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Stephen Y. Chou, the National Academy of Engineering and Professor of Princeton University Visits SINANO, CAS
Author: General Affairs Office
Update time: 2011-06-23
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On June 22, 2011, Stephen Y. Chou, the National Academy of Engineering, professor of Princeton University and Einstein Professor of CAS visited Suzhou Institute of Nano-tech & Nano-bionics, CAS.

Accompanied by Prof. CHEN Liwei, the Deputy Director of SINANO, Prof. Chou firstly visited SINANO's exhibition hall and the Printable Electronics Research Center to have a general knowledge about SINANO's research, supporting system and personnel etc. Prof. Chou also expressed his interest in the institute research fields.

Besides, his lecture of "Nanostructure Engineering -- A Path to Discovery, Innovation and Commercialization" was warmly welcomed by over 100 attendees. In the talk, Prof. Chou presented some intriguing phenomena manifested in nanostructures in the areas of electronics, optics, magnetic, biotech and materials, when the device sizes are smaller than the electron wavelength, optical wavelength, magnetic domain wall size, DNA persistent length, single-crystal critical size, and defect diffusion length. Moreover, the talk also addressed a grand challenge essential to the success of nanotechnology and its commercialization: nanomanufacturing -- high-throughput and low-cost nanopatternings.

About Stephen Y. Chou
Stephen Y. Chou
, the National Academy of Engineering is Joseph C. Elgin Professor of Engineering and the head of the NanoStructure Laboratory at Princeton University. As an Einstein Professor of CAS, he is a world leader, pioneer, and inventor in a broad range of nanotechnologies.

Prof. Chou's pioneering research and inventions in a broad spectrum of nanotechnologies and nanodevices has helped shape new paths in the fields of nanofabrication, nanoscale electronics, optoelectronics, magnetics, and materials. Dr. Chou's graduate work used X-ray lithography to scale MOSFETs to the 60 nm range, and since 1985 he has demonstrated various ultra-small MOSFETs, quantum devices, and single electron transistors. In early 1990's, he began pioneering work in exploring sub-wavelength optical elements (SOEs) and bringing nanofabrication into magnetic data storage media. He originated quantized magnetic disks (QMDs), a new paradigm in magnetic data storage in 1993. In 1995, he pioneered his best-known work, nanoimprint lithography (NIL), a revolutionary nanoscale patterning method that allows sub-10 nm patterning over large areas with high throughput and low cost. He is also a key inventor of lithographically induced self-assembly (LISA) and laser-assisted direct imprint (LADI) and applications of NIL, LISA and LADI in a wide range of disciplines, from electronics and optics to magnetics, biotech, and materials. Since 1999, he has been applying unique and extensive expertise in nanofabrication, nanoelectronics, nanooptics, nanomagnetics and nanomaterials to biology for developing innovative biological manipulators, separators, detectors and analyzers for DNAs, proteins and cells.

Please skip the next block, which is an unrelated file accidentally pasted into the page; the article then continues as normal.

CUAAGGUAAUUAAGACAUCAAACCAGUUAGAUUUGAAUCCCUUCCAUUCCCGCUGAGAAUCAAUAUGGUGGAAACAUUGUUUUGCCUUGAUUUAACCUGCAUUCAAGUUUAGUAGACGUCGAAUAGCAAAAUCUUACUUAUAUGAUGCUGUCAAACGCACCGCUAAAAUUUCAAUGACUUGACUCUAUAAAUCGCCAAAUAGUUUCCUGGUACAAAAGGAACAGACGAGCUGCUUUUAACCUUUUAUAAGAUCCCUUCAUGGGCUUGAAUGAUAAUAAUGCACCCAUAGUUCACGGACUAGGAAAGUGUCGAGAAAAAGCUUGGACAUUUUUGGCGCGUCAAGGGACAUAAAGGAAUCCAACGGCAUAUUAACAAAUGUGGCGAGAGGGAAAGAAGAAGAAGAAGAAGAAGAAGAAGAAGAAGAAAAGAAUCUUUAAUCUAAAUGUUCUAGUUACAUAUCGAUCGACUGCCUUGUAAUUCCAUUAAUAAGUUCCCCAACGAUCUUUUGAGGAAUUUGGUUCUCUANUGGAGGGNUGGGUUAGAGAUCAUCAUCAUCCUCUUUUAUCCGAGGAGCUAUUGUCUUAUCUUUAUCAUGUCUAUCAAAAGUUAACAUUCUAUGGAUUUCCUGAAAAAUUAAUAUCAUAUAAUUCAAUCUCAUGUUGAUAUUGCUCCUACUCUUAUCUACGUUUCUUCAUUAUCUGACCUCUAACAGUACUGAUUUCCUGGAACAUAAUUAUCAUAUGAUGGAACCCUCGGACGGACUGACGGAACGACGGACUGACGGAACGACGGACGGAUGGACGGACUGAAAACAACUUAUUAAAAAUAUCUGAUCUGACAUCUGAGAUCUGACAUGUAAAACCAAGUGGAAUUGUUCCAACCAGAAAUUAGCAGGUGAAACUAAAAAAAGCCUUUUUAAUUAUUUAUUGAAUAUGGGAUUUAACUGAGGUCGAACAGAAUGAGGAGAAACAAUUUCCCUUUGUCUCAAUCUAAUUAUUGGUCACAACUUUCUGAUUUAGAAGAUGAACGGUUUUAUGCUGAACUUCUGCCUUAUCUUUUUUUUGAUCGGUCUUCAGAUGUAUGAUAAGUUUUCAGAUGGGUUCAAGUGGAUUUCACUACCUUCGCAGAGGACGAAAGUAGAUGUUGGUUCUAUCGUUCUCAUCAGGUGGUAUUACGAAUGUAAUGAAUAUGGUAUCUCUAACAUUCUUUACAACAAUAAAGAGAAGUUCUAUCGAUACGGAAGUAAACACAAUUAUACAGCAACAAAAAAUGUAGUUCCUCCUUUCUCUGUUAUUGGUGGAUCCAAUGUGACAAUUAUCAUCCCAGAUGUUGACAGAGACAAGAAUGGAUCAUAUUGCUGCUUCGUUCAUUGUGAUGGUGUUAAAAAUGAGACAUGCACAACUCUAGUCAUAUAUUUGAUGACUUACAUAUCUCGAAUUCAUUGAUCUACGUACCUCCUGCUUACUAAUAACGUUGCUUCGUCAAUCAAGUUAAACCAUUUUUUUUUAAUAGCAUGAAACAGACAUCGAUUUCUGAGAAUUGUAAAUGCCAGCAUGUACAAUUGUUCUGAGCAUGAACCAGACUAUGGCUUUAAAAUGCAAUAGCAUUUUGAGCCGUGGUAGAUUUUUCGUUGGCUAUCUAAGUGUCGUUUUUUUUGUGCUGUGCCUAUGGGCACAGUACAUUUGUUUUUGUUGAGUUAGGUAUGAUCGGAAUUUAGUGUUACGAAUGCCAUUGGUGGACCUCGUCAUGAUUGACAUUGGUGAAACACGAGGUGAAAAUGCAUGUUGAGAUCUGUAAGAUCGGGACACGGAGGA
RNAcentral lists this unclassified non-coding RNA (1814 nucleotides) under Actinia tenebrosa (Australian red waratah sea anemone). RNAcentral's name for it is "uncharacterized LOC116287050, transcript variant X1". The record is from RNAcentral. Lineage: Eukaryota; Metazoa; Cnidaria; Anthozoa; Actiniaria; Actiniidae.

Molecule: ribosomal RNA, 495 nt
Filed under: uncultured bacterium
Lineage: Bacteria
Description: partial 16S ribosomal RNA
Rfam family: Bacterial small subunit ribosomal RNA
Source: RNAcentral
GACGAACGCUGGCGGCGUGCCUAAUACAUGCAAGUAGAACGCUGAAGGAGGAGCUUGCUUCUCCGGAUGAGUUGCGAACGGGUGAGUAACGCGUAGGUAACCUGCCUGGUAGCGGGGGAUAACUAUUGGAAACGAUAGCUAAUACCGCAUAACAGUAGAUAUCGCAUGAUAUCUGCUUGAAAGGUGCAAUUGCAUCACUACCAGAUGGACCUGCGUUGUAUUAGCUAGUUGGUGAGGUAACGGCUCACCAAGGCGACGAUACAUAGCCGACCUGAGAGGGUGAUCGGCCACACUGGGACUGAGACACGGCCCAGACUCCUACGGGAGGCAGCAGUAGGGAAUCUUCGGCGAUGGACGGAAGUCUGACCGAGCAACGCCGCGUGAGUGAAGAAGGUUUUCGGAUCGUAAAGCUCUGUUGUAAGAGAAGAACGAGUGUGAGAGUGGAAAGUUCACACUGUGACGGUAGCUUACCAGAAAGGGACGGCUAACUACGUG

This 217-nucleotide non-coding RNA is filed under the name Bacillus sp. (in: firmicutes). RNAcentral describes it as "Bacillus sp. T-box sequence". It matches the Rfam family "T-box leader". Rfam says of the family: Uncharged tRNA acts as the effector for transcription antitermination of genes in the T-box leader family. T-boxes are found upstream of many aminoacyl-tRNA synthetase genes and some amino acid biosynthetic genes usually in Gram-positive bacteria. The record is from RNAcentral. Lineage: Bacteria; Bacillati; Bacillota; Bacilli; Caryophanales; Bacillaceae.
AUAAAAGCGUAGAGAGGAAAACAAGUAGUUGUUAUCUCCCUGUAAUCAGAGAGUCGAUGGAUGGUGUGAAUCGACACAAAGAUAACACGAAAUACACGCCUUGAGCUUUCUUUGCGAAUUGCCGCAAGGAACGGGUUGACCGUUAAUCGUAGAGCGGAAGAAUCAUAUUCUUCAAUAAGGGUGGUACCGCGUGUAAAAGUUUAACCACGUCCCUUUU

Prof. Chou was elected to the National Academy of Engineering in 2007 and received the 2004 IEEE Brunetti Award for the invention and development of tools for nanoscale patterning, especially nanoimprint lithography, and for the scaling of devices into new physical regimes. Other awards he received include an Inductee of New Jersey High Technology Hall of Fame, Pioneer Award of Nanoimprint and Nanoprint Technology, the Joseph C. Elgin Professorship, the McKnight-Land Grant Professorship, the George Taylor Distinguished Research Award at the University of Minnesota, DARPA ULTRA program Significant Technical Achievement Award, and three best paper awards. Dr. Chou has published more than 280 papers, has given over 100 invited presentations at conferences and workshops, and holds 15 patents and over 40 patent applications.


Stephen Y. Chou in the Lecture

Photo by SINANO


Stephen Y. Chou in SINANO's Exhibition Hall

Photo by SINANO


Attendees in Chou's Lecture

Photo by SINANO



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